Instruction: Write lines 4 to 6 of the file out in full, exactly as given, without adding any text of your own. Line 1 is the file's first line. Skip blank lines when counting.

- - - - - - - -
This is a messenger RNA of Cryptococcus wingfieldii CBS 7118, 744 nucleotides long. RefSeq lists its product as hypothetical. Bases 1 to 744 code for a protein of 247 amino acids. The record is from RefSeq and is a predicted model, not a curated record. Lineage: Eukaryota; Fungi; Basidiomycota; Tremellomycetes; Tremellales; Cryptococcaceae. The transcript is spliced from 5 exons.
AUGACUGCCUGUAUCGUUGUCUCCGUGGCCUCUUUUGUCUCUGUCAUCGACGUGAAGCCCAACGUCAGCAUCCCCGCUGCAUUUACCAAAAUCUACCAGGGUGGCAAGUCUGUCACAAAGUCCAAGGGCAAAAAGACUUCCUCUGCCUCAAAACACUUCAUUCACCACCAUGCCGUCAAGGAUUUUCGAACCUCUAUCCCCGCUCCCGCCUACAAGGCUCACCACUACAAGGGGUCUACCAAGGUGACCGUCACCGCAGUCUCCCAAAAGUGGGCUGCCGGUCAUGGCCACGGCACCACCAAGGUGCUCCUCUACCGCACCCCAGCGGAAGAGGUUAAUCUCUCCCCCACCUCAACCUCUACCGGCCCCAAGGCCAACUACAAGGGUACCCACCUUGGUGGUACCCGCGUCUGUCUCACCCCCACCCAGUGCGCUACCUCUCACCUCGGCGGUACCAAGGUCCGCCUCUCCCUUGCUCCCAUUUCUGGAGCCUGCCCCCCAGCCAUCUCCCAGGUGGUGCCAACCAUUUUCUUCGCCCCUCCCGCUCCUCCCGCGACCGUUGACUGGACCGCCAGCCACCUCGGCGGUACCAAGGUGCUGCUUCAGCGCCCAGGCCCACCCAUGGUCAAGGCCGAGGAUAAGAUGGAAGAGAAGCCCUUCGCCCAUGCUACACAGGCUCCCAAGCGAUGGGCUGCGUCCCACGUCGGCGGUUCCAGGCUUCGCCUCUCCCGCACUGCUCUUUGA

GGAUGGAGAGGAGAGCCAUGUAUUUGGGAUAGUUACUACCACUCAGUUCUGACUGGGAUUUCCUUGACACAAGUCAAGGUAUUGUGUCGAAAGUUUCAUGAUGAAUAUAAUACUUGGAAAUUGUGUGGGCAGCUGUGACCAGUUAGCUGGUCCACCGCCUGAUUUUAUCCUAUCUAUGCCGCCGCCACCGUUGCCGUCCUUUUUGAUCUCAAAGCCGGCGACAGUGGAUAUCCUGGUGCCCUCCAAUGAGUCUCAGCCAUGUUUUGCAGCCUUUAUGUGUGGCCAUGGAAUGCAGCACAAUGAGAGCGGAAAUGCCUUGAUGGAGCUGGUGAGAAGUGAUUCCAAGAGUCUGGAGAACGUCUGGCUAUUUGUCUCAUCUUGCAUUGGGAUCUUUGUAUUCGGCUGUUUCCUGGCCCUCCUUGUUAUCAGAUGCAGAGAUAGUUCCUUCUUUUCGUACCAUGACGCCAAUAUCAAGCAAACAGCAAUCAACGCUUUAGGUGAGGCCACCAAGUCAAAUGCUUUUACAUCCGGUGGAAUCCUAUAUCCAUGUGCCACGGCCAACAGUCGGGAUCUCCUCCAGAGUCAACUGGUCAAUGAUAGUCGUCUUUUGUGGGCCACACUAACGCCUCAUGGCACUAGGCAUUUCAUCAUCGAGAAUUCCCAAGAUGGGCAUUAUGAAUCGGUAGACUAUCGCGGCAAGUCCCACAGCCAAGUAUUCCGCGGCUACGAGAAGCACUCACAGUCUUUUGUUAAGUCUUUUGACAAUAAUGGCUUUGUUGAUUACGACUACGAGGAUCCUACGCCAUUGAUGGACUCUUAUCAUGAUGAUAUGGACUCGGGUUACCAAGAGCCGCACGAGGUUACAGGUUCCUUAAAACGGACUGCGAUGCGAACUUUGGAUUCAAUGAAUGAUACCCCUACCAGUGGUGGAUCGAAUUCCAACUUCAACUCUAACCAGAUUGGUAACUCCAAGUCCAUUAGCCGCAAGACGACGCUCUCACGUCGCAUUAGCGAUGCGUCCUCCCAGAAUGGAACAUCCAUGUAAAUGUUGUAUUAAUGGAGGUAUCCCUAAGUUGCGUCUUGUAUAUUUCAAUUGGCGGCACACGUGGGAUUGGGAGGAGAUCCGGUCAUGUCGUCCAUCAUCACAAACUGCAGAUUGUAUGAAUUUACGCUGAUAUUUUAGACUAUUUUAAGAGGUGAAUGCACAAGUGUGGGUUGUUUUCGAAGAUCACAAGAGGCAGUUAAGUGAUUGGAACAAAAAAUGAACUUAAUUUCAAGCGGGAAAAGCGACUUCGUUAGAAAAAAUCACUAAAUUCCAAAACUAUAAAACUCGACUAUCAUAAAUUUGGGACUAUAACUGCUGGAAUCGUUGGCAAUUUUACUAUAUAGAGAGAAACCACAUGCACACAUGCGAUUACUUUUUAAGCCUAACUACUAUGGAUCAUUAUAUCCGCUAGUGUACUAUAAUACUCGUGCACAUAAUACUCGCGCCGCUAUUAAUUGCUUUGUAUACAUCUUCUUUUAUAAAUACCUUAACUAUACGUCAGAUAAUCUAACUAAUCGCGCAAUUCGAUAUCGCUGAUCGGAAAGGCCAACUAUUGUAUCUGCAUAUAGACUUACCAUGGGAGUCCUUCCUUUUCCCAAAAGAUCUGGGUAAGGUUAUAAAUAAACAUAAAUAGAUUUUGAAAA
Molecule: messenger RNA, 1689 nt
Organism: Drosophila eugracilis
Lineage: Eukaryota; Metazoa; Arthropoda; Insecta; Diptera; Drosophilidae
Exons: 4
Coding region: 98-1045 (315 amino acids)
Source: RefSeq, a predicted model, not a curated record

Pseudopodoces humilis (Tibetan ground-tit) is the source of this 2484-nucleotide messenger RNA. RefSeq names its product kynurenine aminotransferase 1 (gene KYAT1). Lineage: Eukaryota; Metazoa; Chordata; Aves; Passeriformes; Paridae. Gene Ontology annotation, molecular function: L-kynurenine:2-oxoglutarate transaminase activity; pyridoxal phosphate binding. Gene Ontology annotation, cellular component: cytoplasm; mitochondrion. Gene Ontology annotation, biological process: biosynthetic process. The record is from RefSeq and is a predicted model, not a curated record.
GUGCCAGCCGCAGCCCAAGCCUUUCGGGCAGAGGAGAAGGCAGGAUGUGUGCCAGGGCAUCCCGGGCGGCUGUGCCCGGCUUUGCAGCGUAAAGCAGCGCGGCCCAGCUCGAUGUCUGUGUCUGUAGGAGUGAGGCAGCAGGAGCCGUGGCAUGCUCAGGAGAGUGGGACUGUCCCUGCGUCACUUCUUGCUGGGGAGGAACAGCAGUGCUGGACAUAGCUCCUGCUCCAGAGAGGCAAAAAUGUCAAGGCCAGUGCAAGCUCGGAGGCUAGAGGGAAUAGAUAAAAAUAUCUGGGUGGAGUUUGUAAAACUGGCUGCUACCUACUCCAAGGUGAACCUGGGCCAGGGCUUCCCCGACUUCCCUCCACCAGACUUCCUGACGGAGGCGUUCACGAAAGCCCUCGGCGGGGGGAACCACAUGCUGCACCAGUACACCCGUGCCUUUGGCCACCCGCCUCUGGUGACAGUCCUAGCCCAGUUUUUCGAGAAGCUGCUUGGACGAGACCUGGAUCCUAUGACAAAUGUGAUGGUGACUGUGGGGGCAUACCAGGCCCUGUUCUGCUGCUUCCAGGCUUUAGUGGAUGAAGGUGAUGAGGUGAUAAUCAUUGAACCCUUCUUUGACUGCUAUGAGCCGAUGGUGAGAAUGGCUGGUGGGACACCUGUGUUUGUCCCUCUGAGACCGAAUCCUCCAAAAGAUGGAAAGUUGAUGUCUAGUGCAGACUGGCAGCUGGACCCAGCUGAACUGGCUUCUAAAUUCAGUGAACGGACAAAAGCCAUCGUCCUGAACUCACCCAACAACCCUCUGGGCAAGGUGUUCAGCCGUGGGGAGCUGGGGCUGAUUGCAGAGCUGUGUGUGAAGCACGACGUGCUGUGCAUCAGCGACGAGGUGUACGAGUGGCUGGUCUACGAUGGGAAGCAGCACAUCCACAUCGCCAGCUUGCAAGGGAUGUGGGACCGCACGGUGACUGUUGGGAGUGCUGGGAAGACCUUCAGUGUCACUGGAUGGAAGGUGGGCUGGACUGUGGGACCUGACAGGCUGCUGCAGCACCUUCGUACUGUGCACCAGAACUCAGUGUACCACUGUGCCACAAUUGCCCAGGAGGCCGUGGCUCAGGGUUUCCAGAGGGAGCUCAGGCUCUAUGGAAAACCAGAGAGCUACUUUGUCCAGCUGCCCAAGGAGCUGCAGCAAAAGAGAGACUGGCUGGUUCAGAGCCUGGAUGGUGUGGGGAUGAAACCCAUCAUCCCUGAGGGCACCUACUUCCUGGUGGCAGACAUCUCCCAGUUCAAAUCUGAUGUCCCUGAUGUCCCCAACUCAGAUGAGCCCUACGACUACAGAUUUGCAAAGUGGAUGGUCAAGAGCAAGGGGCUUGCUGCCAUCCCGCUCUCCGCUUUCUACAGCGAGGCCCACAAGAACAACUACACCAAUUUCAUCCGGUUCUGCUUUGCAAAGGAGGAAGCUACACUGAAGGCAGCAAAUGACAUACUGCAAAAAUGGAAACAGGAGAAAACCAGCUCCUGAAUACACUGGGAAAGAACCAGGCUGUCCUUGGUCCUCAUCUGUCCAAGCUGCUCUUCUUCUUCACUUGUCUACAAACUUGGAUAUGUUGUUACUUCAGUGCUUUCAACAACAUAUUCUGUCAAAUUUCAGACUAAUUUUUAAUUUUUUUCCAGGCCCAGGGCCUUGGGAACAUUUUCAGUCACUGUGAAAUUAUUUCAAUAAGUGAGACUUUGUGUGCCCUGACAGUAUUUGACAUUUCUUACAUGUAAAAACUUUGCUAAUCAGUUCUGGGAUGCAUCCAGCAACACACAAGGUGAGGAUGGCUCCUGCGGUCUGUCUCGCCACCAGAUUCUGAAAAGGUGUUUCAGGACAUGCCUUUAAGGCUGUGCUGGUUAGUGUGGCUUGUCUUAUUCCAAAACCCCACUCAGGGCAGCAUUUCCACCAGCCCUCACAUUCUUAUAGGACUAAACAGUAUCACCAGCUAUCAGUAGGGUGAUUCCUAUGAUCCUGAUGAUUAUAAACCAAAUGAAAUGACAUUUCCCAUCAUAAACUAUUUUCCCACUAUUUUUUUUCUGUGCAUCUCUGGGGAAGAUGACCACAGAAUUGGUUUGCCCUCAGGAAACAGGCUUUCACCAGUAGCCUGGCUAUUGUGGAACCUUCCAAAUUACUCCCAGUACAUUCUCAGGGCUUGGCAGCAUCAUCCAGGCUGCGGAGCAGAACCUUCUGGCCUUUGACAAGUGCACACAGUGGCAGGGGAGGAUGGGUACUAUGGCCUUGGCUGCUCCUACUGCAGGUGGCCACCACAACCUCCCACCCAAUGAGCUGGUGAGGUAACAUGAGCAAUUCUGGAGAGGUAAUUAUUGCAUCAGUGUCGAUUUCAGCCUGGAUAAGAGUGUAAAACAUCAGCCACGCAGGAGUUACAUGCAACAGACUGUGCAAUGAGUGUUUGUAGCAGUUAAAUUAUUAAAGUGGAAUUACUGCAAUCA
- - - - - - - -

Molecule: messenger RNA, 1689 nt
Organism: Drosophila eugracilis
Lineage: Eukaryota; Metazoa; Arthropoda; Insecta; Diptera; Drosophilidae